CMS seems to have heeded the AHA’s advice because its recently released proposed rule does not directly take on this normative debate. (See Summary of CMS Proposed Rule on Accountable Care Organizations recently posted by Jordan T. Cohen for an overview of the proposed rule.) While “ACO participants must have at least 75 percent control of the ACO’s governing body” to be eligible for participation in the Shared Savings Program (proposed Section 425.5(d)(8)), the definition of “ACO participant” in the proposed rule includes physicians and hospitals, among others (proposed Section 425.4).
Similarly, the proposed rule simply requires that the “ACO’s operations must be managed by an executive, officer, manager, or general partner whose appointment and removal are under the control of the organization’s governing body and whose leadership team has demonstrated the ability to influence or direct clinical practice to improve efficiency processes and outcomes” (proposed Section 425.5(9)(ii)). The proposed rule does not address who or what would make the best such leader.
The proposed rule, however, clearly preserves a role for physicians to form and lead ACOs. For example, it recognizes that ACOs may be comprised of professionals in group practice arrangements and networks of individual practices, independent of hospitals (proposed Section 425.5(b)).
In addition, “[c]linical management and oversight [of the ACO] must be managed by a full-time senior-level medical director . . . who is a board-certified physician . . .,” and “[a] physician-directed quality assurance and process improvement committee must oversee an ongoing action-oriented quality assurance and improvement program” (proposed Sections 425.5(9)(iii) and (iv)).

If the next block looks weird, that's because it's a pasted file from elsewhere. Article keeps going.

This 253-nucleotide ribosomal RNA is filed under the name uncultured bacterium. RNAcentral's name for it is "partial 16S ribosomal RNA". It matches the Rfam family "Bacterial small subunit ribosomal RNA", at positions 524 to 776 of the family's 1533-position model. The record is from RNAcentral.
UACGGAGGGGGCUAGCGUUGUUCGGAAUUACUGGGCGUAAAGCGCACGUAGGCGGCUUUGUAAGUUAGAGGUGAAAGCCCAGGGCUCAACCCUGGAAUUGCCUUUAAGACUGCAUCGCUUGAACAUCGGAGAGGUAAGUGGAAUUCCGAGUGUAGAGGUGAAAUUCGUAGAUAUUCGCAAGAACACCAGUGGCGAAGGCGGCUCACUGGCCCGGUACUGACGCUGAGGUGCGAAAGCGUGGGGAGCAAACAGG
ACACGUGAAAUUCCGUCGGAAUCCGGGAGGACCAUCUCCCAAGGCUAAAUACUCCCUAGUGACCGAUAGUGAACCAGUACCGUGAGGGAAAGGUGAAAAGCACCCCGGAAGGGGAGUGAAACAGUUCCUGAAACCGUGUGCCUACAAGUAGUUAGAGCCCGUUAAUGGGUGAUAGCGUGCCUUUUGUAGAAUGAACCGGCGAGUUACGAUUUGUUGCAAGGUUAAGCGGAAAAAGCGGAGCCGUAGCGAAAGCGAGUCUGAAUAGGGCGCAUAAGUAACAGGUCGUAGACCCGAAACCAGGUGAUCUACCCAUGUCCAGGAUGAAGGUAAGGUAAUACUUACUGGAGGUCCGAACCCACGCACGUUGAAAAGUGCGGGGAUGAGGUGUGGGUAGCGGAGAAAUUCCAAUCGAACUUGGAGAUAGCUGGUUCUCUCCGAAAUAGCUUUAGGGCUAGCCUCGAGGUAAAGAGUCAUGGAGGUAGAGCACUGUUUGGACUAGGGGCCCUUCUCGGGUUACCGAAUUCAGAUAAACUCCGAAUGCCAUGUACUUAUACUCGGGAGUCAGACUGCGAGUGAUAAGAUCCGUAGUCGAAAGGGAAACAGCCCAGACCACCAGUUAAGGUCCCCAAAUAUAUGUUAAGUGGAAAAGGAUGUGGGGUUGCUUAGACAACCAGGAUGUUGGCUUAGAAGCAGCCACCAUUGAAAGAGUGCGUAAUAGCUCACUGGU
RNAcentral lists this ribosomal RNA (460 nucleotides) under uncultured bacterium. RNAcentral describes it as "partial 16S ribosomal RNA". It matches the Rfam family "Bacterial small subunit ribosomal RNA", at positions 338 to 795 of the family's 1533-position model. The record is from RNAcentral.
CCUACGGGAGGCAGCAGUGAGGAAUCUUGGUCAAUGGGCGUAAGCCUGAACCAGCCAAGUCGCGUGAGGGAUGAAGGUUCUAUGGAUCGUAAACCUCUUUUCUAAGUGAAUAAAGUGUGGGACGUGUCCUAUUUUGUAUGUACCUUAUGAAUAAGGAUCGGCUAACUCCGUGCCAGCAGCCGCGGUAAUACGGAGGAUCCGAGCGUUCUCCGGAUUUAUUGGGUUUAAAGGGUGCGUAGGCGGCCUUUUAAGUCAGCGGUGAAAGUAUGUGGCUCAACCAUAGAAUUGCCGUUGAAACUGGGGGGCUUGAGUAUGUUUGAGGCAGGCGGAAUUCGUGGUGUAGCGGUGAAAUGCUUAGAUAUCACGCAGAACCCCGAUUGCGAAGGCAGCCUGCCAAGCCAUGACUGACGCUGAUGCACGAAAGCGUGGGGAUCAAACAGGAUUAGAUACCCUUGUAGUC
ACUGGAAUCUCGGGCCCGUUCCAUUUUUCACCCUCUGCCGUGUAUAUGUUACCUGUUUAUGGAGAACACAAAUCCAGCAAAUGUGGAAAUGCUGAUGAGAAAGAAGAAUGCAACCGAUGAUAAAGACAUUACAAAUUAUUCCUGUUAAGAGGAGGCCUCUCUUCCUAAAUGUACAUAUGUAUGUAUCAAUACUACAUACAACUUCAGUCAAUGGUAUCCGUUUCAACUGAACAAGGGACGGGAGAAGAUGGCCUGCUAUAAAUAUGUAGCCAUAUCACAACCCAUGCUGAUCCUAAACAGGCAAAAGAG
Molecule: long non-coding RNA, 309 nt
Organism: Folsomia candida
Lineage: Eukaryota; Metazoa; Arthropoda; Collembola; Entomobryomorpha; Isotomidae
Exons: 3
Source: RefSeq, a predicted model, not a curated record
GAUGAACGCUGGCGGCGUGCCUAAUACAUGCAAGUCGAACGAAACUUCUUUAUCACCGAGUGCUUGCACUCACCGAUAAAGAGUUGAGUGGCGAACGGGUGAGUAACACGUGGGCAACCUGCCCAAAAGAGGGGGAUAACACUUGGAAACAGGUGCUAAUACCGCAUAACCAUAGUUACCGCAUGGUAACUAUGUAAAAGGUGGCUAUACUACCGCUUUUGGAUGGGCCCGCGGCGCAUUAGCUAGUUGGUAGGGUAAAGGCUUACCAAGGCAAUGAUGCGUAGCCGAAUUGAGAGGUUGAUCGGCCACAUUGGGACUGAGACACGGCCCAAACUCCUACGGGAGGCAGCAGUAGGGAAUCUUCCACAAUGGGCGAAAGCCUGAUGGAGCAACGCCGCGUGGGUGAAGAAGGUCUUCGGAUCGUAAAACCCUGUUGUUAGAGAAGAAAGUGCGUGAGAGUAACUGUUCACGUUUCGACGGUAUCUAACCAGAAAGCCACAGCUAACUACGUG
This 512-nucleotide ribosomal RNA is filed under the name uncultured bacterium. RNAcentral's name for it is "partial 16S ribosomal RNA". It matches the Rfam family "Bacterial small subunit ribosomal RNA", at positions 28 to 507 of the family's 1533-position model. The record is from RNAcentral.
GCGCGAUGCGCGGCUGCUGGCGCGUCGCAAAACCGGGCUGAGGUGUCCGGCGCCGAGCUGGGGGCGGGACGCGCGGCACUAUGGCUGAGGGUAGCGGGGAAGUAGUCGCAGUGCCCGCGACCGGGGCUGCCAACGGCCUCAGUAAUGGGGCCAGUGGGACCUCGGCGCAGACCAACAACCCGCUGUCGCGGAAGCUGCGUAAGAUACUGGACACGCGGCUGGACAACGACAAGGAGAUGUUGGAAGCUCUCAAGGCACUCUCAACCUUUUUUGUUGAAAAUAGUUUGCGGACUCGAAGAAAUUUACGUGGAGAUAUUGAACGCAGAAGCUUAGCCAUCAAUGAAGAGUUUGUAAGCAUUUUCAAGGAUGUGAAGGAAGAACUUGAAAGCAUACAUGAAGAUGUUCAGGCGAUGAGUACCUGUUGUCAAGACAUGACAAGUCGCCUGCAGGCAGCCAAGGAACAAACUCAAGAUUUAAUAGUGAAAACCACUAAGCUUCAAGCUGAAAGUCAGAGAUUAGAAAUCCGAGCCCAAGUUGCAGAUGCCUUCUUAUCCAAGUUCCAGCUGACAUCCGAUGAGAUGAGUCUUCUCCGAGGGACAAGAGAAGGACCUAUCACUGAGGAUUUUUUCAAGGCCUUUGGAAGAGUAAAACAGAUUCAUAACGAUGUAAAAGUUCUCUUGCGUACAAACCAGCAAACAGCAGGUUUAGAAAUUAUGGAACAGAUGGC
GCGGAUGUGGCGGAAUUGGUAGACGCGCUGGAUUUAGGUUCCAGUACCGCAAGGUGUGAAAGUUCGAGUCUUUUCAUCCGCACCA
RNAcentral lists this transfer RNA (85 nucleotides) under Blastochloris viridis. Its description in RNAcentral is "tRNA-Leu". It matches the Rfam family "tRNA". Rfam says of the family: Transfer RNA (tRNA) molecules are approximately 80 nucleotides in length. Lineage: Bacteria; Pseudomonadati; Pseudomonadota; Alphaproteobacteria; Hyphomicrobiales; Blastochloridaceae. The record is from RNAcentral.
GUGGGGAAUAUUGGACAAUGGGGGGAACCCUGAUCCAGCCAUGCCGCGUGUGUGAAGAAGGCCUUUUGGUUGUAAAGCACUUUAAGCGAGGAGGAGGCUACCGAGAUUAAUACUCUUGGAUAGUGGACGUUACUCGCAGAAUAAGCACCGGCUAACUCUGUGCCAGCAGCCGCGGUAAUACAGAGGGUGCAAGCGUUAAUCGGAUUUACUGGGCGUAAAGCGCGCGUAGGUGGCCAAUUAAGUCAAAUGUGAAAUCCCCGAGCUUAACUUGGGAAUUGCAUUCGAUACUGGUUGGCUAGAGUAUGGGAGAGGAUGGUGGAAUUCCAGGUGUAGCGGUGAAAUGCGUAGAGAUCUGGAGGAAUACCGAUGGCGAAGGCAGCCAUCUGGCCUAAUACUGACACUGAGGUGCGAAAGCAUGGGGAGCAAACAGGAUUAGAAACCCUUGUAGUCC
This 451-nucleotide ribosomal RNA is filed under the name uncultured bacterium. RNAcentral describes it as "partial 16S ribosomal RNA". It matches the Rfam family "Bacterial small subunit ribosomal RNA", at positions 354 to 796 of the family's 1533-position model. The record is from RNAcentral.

The proposed rule also builds in a preference for ACOs comprised of all physicians or physician groups with fewer than 10,000 assigned beneficiaries by proposing to exempt them from the 2 percent net savings threshold adjustment under the one-sided model (proposed Section 425.9(c)(4)(i)). It also proposes to vary confidence intervals, which affect the minimum savings rate, by the size of the ACO in the one-sided model “to improve the opportunity for groups of solo and small practices to participate in the Shared Savings Program” (Preamble to proposed rule at Section II.F.10).
But on a practical level, the specifics of CMS’ proposal may — unintentionally, perhaps — give hospitals the greater chance to take the reins, at least initially. An apparently leaked CMS internal discussion document reflects some level of concern that physicians may have a hard time taking the lead with ACOs.
The proposed rule’s regulatory impact analysis estimates that the average start-up investment and first year operating expenditures for an ACO in the Shared Savings Program will be $1,755,251. In addition, the proposed rule uses a 6-months claims run-out (proposed Section 425.7(a)). Presumably, that means ACOs — assuming they satisfy all program requirements — will not see a dime of shared savings for more than eighteen months. CMS also proposes to withhold 25 percent of any earned shared savings accrued in a given year to ensure repayment of any losses to the Medicare program in subsequent years of the three-year ACO agreement (proposed Section 425.5(d)(6)(iii)).
Even if private physicians can amass the capital to make these upfront investments, there of course is no guarantee they will regain their outlays. A recent study published online by the New England Journal of Medicine, as reported by the American Medical Association, found that participants in CMS’ Physician Group Practice Demonstration did not recoup, at least in the initial years of the demonstration, all of the money they invested to establish ACOs. As the AMA summarized:
Early adopters, for the most part, did not recoup their set-up costs in the first three years of operation. The 10 integrated health systems that were studied spent an average of $1.7 million to take part in the demonstration project. Eight received no shared savings payments in the first year of the project. Six got a payment in the second year, and five received a bonus in the third year.